ERIC Number: ED201133
Record Type: RIE
Publication Date: 1980-Dec
Reference Count: 0
Local Special Education Variables Necessary for Consideration in Developing State Special Education Fiscal Policies.
Weintraub, Frederick J.; Higgins, Scottie
Developed through a literature review and a meeting with California policy makers, the paper examines the local special education variables necessary in developing state special education fiscal policies. The first chapter reviews the shifting focus in state special education and finance systems and finds three distinct phases of public policy and fiscal responses: Phase 1--the benefactor role (in which public education for handicapped children is seen as a charitable activity by the state); Phase 2--the programmatic role (in which the states became the driving force in mandating change in the provision of services to handicapped students); and Phase 3--the facilitator role (in which the state facilitates the local school district's provision of educational programing). Examined in the second chapter are the following eight policy factors and their associated local policy variables (in parentheses): population characteristics (population size, density, increasing or decreasing enrollment, eligibility criteria, interagency shifts, and the magnet effect); individual educational needs (procedural protections, intensity of services, duration of services, multiple agency criteria); service delivery systems (program services, service providers); governance structures (type of governance units, responsibility vs. authority, and special education and the local school budget); system costs (geographic location of the education agency, price level variations, contract negotiations); resources (revenue generating wealth, tas levying authority, availability of community resources, private services, personnel resources); timing and predictability (dollar flow, fiscal stability, and contingency capability); and accountability (state education agency responsibilities, local education agency responsibilities). The final chapter presents four general principles such as the following: the number of children requiring similar special education and related services will influence the per capita cost of delivering such services; and the range of special education services required by exceptional children in a school district and the manner in which such services are determined and provided will influence the cost of delivering such services. (DB)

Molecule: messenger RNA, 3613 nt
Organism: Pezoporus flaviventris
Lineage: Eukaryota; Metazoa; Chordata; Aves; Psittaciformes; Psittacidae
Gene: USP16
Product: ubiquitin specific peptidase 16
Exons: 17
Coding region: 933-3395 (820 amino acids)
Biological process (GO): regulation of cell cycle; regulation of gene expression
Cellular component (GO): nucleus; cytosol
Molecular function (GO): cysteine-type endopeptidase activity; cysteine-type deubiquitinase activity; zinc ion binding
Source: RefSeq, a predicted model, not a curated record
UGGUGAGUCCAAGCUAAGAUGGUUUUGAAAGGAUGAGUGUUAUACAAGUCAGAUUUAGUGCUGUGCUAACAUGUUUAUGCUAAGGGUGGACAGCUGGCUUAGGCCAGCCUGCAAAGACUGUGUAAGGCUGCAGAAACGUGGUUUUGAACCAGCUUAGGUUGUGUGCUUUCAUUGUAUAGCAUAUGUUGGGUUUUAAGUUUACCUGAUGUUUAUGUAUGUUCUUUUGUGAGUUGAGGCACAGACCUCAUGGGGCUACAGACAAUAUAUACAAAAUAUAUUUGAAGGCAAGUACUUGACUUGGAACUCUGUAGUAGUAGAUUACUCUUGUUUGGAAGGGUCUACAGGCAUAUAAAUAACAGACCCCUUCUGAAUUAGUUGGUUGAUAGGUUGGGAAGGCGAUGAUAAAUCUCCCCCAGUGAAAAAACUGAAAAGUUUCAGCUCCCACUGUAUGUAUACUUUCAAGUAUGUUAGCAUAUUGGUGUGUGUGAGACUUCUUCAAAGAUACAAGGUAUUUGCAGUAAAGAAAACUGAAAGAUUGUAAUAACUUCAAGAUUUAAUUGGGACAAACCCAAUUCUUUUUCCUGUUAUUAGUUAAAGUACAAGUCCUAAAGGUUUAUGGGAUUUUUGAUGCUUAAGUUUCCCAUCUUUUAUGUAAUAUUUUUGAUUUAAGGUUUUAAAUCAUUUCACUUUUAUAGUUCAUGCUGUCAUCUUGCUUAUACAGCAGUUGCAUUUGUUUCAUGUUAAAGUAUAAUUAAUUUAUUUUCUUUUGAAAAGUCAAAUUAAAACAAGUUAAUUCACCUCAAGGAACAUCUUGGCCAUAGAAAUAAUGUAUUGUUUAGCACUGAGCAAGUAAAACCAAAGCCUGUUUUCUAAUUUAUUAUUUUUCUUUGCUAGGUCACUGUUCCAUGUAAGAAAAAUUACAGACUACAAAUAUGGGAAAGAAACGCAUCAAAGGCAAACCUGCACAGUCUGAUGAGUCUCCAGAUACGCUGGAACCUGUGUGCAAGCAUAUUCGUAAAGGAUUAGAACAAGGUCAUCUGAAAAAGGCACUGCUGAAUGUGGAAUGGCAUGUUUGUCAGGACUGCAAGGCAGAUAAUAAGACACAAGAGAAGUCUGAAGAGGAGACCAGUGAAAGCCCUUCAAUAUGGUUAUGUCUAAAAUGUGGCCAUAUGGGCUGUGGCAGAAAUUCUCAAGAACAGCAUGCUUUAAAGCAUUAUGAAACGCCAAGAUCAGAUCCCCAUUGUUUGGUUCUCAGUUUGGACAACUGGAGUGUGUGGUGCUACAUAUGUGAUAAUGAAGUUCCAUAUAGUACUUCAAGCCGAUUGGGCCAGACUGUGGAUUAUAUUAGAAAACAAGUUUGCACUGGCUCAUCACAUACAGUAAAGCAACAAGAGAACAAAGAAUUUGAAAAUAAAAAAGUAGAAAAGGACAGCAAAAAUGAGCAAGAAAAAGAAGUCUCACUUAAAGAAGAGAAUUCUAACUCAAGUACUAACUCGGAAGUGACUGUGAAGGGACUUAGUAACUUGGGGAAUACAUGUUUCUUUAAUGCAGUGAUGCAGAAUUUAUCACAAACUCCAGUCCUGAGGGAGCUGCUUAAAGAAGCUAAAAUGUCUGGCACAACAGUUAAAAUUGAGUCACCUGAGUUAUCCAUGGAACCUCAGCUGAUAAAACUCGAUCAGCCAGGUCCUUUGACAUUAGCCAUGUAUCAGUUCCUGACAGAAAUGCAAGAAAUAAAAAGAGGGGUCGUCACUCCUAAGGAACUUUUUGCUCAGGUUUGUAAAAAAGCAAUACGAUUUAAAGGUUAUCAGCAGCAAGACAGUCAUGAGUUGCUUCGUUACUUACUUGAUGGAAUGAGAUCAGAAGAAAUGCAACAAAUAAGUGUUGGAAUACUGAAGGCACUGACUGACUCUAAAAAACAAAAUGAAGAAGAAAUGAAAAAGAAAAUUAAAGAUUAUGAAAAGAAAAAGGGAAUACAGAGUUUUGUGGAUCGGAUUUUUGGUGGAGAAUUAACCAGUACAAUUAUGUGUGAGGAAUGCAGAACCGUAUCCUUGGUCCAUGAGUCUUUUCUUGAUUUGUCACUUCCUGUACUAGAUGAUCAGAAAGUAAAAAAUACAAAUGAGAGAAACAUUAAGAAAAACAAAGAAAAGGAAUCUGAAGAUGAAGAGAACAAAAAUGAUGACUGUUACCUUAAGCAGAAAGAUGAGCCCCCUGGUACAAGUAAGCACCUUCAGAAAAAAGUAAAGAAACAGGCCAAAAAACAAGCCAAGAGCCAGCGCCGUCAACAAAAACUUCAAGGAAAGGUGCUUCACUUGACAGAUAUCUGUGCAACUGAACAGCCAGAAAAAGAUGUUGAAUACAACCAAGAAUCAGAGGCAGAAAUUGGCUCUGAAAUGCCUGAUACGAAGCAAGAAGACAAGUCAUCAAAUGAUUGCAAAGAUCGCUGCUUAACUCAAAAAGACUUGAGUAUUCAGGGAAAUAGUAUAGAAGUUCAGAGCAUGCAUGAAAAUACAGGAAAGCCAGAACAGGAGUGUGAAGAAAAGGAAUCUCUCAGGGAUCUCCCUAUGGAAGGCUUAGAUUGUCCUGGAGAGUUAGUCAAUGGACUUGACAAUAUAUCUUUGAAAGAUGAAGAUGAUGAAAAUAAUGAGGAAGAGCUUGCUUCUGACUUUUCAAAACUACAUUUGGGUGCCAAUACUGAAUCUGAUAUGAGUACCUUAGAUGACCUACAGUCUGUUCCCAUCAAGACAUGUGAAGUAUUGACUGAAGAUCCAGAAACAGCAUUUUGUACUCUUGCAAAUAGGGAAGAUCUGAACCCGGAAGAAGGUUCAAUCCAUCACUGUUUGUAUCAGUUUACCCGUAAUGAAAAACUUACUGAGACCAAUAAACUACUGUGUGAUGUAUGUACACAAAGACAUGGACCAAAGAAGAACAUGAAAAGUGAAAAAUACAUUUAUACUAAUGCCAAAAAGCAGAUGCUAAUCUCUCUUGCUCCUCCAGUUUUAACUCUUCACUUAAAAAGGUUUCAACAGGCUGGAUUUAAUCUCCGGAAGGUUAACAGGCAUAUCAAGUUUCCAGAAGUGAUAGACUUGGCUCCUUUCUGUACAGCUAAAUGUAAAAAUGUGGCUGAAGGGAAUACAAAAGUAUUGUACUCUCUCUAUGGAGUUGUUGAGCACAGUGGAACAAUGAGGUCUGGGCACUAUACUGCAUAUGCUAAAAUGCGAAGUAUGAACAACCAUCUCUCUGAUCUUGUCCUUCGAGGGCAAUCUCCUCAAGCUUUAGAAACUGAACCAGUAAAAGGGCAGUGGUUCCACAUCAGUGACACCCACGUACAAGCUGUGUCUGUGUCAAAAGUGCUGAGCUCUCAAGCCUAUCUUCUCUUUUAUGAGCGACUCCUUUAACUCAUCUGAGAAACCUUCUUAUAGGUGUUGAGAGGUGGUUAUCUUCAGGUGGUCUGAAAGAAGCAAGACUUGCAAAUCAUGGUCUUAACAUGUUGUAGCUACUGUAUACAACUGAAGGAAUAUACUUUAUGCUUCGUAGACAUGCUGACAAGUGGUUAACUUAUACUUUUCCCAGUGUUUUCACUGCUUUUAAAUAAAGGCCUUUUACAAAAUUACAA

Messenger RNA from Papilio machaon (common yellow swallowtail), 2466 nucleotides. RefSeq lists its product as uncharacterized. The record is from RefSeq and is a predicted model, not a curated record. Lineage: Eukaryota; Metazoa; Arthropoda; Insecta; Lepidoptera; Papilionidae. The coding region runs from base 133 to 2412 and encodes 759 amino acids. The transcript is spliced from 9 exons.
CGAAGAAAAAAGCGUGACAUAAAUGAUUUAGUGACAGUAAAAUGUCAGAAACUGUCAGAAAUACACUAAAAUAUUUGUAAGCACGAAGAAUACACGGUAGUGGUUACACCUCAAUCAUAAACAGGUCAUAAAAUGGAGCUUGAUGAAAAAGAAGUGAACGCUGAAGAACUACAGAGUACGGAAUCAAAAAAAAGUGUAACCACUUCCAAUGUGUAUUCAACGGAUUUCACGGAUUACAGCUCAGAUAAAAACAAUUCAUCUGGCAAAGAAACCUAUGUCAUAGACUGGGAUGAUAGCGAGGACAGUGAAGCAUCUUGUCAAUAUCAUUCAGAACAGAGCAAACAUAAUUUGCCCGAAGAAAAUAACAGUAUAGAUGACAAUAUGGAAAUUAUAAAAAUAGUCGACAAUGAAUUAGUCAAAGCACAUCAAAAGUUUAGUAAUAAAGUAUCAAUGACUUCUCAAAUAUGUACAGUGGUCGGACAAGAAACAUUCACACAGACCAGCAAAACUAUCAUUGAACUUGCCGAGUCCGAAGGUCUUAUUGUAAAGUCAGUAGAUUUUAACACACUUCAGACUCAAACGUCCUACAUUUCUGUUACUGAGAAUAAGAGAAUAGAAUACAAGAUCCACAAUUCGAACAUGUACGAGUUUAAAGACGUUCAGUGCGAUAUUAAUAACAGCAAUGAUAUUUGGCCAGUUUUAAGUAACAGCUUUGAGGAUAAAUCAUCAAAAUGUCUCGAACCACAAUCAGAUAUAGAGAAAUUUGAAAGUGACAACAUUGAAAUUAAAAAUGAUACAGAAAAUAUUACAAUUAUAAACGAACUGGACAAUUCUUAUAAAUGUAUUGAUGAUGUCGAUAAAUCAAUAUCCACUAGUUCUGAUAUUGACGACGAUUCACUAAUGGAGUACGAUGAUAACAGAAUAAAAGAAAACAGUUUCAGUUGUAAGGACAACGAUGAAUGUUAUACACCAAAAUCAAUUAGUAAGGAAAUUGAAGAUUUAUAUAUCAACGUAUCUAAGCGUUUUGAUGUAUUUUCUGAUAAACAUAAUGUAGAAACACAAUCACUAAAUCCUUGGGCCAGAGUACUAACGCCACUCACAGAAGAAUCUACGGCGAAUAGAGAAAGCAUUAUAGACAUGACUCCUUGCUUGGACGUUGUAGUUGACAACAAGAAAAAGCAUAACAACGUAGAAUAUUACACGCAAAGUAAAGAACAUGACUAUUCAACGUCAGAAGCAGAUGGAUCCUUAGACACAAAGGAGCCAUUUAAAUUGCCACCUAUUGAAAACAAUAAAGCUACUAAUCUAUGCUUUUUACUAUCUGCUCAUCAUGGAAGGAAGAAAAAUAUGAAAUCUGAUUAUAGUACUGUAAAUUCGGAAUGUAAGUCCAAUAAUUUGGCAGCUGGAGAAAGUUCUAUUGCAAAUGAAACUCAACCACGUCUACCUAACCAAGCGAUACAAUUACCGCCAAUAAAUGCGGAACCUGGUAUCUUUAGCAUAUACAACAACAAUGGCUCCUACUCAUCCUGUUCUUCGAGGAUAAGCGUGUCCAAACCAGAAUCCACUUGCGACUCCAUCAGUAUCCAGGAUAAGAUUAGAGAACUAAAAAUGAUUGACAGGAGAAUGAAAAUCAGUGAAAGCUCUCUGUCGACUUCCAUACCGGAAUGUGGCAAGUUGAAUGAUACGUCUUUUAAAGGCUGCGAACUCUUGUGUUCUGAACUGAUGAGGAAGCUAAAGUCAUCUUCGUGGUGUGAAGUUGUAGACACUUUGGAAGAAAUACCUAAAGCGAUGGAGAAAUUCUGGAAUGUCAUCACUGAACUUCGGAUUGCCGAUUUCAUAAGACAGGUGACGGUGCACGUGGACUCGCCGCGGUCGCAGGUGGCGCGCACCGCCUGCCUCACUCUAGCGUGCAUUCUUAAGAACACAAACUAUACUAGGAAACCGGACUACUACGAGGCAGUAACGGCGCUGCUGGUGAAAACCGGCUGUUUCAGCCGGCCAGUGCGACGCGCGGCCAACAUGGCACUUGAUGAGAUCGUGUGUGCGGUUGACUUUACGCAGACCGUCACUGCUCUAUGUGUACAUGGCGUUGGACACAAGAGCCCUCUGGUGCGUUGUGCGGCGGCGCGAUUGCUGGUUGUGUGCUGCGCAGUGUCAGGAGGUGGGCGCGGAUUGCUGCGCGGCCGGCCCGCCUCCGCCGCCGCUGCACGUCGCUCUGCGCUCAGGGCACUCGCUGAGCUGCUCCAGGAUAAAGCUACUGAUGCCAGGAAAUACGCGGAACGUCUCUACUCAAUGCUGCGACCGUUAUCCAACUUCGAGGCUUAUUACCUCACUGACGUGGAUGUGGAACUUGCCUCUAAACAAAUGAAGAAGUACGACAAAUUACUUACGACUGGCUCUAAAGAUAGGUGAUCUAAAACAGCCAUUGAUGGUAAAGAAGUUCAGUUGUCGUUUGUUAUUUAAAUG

Descriptors: Accountability, Community Resources, Compliance (Legal), Delivery Systems, Demography, Disabilities, Elementary Secondary Education, Financial Policy, Gifted, Governance, Individual Needs, Literature Reviews, Program Costs, Special Education, State School District Relationship, Time, Trend Analysis
Publication Type: Information Analyses
Education Level: N/A
Sponsor: Office of Special Education (ED), Washington, DC.
Authoring Institution: Council for Exceptional Children, Reston, VA. Policy Research Center.
Note: A part of the Policy Options Project.